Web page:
Building life skills with data science

Pictured above: teacher Stephanie Strong.

Data and daily decision-making go hand-in-hand. From finding the cheapest gas in an area with multiple gas stations to determining the healthiest meal choices for dinner — we often look at multiple data sets to find patterns and, from there, decide what to do. There’s another word for this process – data science.

One of Callysto’s goals is to teach everyday data science to students. Our experts do this through our curriculum-based modules and by sharing “how to’s” from teachers. So, let’s introduce you to one such teacher: Stephanie Strong! Stephanie is a Grades 7-9 teacher and a Grades 1-9 home-education facilitator in Alberta. In this post, she explains how she incorporated data science into her lesson plans.

Necessity is the mother of invention

Stephanie started her career teaching a group of Grades 7-9 students in a program that in many ways resembled a one-room schoolhouse. Adding data science to her lessons came out of necessity — in order to make it through the programs of study, she needed to simultaneously teach multiple skills over a variety of subjects.

“I saw that there were areas where subjects overlapped,” she explains. “I also thought, ‘why don’t we learn how to communicate about a subject in different ways?’ I didn’t want to compartmentalize learning into discrete subjects; it’s not how the world works.”

There were a variety of ways Stephanie added data science to her lessons. For example, she teaches probability in social studies through a game called, “Would you survive the Middle Ages?” Students use a 10-sided die to establish the European region that they are from, and their position in the feudal hierarchy, before trying to extend their family tree to survive the middle ages. They use coins to determine their child’s gender (heads: male; tails: female) and mortality (heads: survive; tails: die). As the game progresses, students determine each family member’s mortality and marriageability with a roll of the 10-sided die. Based on historical data, mortality and marriageability varies depending on the stage of life of each family member.

“Adding data science was also a way to either reinforce or introduce concepts into their math classes,” says Stephanie. “It helps students dip their toes into what they will be learning.”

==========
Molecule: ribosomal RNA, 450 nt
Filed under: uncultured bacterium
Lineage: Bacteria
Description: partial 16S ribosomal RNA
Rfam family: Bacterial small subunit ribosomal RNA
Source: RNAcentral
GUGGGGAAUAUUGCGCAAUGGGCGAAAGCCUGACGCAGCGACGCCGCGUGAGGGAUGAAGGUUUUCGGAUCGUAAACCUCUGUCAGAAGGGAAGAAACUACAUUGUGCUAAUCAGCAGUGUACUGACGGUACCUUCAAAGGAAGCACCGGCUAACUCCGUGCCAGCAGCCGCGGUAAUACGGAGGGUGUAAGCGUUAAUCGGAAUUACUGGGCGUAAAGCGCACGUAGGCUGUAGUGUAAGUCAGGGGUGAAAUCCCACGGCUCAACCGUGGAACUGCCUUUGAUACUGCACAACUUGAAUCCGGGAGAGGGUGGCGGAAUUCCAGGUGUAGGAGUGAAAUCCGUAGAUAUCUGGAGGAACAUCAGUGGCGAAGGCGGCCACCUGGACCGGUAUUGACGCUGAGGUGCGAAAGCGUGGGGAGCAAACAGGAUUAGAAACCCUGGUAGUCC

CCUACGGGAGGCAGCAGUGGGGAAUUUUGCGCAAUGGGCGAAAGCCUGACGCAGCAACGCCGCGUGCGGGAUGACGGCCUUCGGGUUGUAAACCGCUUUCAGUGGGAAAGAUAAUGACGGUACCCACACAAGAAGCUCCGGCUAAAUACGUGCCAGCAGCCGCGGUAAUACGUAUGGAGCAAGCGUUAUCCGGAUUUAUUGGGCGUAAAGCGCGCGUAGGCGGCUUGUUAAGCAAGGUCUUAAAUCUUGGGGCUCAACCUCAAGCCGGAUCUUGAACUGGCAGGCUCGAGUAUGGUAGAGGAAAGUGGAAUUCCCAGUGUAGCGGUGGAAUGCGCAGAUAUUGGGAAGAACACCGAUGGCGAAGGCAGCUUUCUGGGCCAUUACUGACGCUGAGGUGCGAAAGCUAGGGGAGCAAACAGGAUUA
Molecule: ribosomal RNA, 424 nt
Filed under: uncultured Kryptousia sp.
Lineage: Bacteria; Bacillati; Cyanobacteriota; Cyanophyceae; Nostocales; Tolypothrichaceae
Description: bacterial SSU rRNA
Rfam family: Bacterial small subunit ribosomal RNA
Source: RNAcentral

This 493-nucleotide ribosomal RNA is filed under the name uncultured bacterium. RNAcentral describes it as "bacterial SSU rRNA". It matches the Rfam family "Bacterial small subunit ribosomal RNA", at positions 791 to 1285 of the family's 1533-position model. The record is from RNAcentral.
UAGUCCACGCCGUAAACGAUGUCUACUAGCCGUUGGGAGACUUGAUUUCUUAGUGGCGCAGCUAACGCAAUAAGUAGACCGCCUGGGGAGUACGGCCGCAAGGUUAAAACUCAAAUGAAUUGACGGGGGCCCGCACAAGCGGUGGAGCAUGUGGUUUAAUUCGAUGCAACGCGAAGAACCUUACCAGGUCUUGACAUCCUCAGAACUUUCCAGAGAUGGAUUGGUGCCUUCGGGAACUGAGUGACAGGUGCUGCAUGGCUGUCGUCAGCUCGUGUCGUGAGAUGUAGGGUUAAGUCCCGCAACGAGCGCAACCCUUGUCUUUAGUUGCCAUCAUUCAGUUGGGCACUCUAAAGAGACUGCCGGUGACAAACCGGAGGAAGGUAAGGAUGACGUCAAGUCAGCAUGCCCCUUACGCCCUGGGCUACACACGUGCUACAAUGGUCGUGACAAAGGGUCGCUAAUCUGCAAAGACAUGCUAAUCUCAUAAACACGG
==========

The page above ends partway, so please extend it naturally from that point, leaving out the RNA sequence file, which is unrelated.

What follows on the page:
Data science in Stephanie’s classroom today

Stephanie continues to add dashes of data science into her classroom today.

  • Looking at percentages in social studies: Based on the book, If the World Were a Village, Stephanie has created another game. Students roll a die for specific categories (i.e. access to clean water, relative wealth, and literacy rate); each category has a point value. The total value of their rolls results in their human-development index number, which students use to find a corresponding country. Once they’ve found their applicable country, it becomes a research project.

  • Variables with the Settlers of Catan game: In order to teach different economic systems, Stephanie often plays this game with her students, in which players have to collect resources to build settlements. The rules change with every economic system. She says it provides a good understanding of how different variables work, and how to count several data sets.

Up next: Computational thinking.

Stephanie is interested in adding computational thinking concepts to her classes. To get a head start, she enrolled in a test-pilot group for Callysto’s computational thinking course. The free course teaches computational thinking concepts for the classroom, including coding, and will be publicly launched in early 2020.

“I see coding as the next level of problem solving; I want those skills,” she says. “It will also be relevant to students — they can learn different ways to solve problems, and I can use those skills to enhance how I currently teach problem solving.”

Why data science matters

For Stephanie, teaching data science is about teaching students life skills.

“I see my role as teaching them how to think critically. My job isn’t to get them to memorize stuff,” she explains. “I want to know, ‘do you have good research skills? Can you solve a problem?’ I want them to be able to break things apart so that they can understand how those things work.”

She also believes teaching data science is an opportunity to positively model how to handle mistakes.

“It’s powerful for students to see their teachers make mistakes, and what they do to fix them,” says Stephanie. “For instance, in one of my classes, I was explaining the difference between popular votes and seats in the House of Commons as a data science example. I messed up, and one of my students fixed it. The point is we’re much more intelligent collectively than independently.”

Are you a teacher? Tell us how you’re helping students learn computational thinking.

If you’re a teacher and want to share how you are using data science and computational thinking in your classrooms, email We look forward to hearing from you!

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